so PWM is a natural for motor control. I said earlier that the output had to feed 'a suitable device'. PULSE WIDTH MODULATOR So. which you adjust to control the ratio of on to off time that you require. and would probably not work properly.or 'modulating' . the When the demand speed it in the middle (A) you get a 50:50 output. When the triangle is above the 'demand' voltage. how do we generate a PWM waveform? It's actually very easy.By varying . there are circuits available in the TEC site.e. the output goes high. A radio would not work from this: the radio would see 12v then 0v.c voltage.the time that the output is at 12v (i. First you generate a triangle waveform as shown in the diagram below. Half the time the output is high and half the time it is low. You compare this with a d. as in black. the width of the positive pulse) we can alter the average voltage. So we are doing 'pulse width modulation'. . When the triangle is below the demand voltage. However a device such as a motor will respond to the average.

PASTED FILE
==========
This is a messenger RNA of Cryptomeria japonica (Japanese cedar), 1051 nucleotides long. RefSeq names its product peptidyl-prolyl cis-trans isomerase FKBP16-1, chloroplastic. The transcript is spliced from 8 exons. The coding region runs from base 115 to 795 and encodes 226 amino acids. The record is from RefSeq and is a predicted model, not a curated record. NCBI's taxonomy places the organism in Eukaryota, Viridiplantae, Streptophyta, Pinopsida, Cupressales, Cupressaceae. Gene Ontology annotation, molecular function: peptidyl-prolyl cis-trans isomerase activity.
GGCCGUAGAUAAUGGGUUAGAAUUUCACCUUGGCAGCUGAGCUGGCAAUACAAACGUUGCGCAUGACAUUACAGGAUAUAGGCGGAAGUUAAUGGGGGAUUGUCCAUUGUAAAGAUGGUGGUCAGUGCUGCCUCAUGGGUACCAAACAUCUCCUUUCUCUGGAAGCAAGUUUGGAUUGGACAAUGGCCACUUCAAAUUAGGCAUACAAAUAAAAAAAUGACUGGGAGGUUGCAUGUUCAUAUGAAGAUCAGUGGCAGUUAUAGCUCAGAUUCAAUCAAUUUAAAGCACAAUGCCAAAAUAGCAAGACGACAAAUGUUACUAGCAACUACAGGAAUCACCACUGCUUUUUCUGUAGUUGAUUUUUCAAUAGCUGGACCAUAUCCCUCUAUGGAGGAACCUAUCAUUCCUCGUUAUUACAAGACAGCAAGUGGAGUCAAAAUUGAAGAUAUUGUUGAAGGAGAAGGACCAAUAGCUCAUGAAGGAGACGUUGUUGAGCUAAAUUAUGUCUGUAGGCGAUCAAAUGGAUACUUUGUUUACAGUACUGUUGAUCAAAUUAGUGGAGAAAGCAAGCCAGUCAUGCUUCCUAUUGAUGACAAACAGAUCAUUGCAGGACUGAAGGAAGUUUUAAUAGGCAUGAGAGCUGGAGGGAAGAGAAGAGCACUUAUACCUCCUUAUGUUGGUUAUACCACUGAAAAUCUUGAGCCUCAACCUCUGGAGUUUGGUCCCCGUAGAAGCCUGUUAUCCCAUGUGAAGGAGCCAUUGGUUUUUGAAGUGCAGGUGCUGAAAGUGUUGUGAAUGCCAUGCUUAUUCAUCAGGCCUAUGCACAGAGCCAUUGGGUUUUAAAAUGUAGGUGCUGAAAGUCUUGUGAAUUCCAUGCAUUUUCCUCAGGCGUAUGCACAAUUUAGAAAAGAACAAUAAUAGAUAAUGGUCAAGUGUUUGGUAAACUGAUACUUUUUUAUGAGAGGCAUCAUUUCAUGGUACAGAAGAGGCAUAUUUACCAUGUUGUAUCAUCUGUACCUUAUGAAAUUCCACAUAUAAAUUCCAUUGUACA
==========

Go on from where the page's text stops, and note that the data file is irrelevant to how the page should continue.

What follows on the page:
. to 1. You could use other waveforms and the exact linearity (how good the rise and fall are) is not too important. The triangle waveform. Because of this configuration. refers to the percentage of the period for which the signal is on. A PWM signal is not constant. However. and it is therefore very inefficient. which has approximately equal rise and fall slopes. D. the signal is always off. the signal is on for part of its period. so a complete oscillator and modulator can be done with half an IC and maybe 7 other bits. Rather. The duty cycle. A more efficient technique employs pulse width modulation (PWM) to produce the constant current through the coil. Feedback can be used to achieve an output that matches exactly the control signal. where the signal is constantly on. is one of the commonest used. this scheme dissipates a lot of power as heat. Traditional solenoid driver electronics rely on linear control. The duty cycle can be anywhere from 0. A 50% D results in a perfect square wave. and off for the rest. (Figure 1) A solenoid is a length of wire wound in a coil. which is the application of a constant voltage across a resistance to produce an output current that is directly proportional to the voltage. L. a certain inductance. in addition to its resistance. R.Fortunately. there is an IC (Integrated circuit) called a comparator: these come usually 4 sections in a single package. One can be used as the oscillator to produce the triangular waveform and another to do the comparing. the solenoid has. but you can use a saw tooth (where the voltage falls quickly and rinses slowly).